The two nations agreed to try and negotiate a modest trade agreement. This focused on lowering a set of India’s trade barriers in exchange for some level of restoration of its GSP trade benefits. However, despite multiple rounds of negotiations, this narrow agreement is yet to be concluded.
The global coronavirus-related slowdown has highlighted some areas of strength—and weakness—in U.S.-India trade relations. Goods trade has fallen from around $8 billion per month to an average of $6.5 billion per month in the 12 months through October 2020. India has fallen two places to the 11th rank among U.S. goods trade partners. Services trade, however, has been much more stable. The Reserve Bank of India’s monthly data shows that India’s services trade has only fallen by about 4 percent in the last 12 months compared to the prior 12-month period, while its most recent survey of India’s IT services trade shows that over 60 percent of IT services exports flow to the United States. There is thus some evidence that services trade has remained stable, and prior studies show that such trade is largely with the United States.
As the Biden administration takes office, commercial relations will be the weakest pillar of the U.S.-India relationship.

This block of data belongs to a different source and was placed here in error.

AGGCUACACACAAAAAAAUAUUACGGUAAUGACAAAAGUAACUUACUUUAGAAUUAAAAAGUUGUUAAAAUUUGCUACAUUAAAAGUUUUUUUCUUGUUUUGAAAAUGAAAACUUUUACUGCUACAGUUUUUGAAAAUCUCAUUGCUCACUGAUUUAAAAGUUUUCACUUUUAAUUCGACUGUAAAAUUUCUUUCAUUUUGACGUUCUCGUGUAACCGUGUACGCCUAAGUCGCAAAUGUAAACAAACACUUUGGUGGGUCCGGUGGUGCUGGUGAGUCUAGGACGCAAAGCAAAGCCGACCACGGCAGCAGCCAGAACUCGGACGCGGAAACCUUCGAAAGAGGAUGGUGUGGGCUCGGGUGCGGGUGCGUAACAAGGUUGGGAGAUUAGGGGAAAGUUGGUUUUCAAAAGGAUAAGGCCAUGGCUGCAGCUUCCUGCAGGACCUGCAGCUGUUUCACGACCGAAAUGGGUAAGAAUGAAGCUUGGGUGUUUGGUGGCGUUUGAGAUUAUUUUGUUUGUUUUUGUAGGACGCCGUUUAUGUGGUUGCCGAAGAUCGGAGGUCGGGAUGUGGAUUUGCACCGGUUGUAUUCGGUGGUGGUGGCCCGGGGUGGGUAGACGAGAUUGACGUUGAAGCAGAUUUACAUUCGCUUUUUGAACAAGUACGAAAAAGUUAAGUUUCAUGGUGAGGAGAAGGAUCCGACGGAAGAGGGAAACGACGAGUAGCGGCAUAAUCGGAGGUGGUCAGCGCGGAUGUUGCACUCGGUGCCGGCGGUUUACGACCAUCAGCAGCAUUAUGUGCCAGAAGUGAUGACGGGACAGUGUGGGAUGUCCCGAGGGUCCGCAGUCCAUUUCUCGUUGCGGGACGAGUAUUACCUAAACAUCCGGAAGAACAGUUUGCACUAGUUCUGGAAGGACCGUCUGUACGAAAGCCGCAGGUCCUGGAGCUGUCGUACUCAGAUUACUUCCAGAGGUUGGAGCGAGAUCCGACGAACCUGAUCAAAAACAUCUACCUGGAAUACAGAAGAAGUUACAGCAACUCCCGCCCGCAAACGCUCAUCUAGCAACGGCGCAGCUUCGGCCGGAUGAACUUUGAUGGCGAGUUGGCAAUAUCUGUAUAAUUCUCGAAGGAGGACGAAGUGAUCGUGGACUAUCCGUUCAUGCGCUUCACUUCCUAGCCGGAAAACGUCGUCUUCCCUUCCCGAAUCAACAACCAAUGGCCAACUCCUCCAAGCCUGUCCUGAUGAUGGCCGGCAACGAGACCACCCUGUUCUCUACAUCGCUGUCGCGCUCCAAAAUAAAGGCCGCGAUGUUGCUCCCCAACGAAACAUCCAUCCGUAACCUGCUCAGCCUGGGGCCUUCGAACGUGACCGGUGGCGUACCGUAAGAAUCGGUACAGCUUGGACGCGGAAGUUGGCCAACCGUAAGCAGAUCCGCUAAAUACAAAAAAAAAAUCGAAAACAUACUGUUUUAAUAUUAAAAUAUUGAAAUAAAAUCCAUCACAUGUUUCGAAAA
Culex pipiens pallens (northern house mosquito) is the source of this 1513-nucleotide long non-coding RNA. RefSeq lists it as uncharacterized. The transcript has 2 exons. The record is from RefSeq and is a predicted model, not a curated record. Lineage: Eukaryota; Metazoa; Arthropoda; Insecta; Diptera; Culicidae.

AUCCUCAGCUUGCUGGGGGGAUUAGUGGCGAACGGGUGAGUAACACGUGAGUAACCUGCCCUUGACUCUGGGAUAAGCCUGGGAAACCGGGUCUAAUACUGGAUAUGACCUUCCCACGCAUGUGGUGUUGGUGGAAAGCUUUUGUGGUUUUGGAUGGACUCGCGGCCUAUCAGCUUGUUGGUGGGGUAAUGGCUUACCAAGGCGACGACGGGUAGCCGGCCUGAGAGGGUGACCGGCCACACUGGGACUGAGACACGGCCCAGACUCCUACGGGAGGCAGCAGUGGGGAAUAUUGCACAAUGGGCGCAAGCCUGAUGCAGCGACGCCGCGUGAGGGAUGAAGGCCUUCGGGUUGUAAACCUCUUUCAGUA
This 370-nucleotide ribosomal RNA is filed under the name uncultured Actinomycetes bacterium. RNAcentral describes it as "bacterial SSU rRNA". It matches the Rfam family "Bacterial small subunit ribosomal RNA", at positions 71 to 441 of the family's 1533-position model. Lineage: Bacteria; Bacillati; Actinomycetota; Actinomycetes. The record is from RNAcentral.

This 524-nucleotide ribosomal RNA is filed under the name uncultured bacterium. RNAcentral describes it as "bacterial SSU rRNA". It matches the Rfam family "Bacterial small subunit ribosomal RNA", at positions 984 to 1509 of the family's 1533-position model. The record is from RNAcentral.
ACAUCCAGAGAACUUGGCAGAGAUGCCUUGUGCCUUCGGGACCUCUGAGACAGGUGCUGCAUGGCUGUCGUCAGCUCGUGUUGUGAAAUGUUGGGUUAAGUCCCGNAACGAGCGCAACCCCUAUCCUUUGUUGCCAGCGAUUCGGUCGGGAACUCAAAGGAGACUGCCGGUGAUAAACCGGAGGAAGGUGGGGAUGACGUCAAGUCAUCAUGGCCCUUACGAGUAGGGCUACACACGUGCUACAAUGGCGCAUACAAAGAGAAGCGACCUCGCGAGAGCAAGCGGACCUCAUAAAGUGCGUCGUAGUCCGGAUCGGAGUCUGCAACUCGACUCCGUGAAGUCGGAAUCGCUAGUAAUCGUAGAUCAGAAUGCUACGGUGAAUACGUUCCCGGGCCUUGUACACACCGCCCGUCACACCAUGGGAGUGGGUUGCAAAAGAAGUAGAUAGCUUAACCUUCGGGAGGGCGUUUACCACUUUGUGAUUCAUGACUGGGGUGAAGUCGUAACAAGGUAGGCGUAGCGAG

As the Biden administration takes office, commercial relations will be the weakest pillar of the U.S.-India relationship. As both countries look to grow out of their respective coronavirus-triggered economic slowdowns, unilateral or bilateral trade liberalization will initially be difficult. However, there are important targets Indian and U.S. leaders should consider in the near term as they build larger aspirations.
First, both nations must agree to stop consistently taking protectionist steps. Simultaneously, the Biden administration should let the H-1B suspension lapse. Finalizing their modest trade agreement will provide the two countries’ leaders an important dose of confidence, apart from the actual benefits from the agreement itself. India should also commit to a data-flow regime that does not impede cross-border data flows.
After these first steps, the two countries can hopefully start to look at something more ambitious later this year or in early 2022. A full free trade agreement may not be feasible. It would involve more dramatic turnarounds in Delhi and Washington than is likely possible, particularly during the pandemic. However, targeted agreements that help expand trade while meeting other objectives may find more support.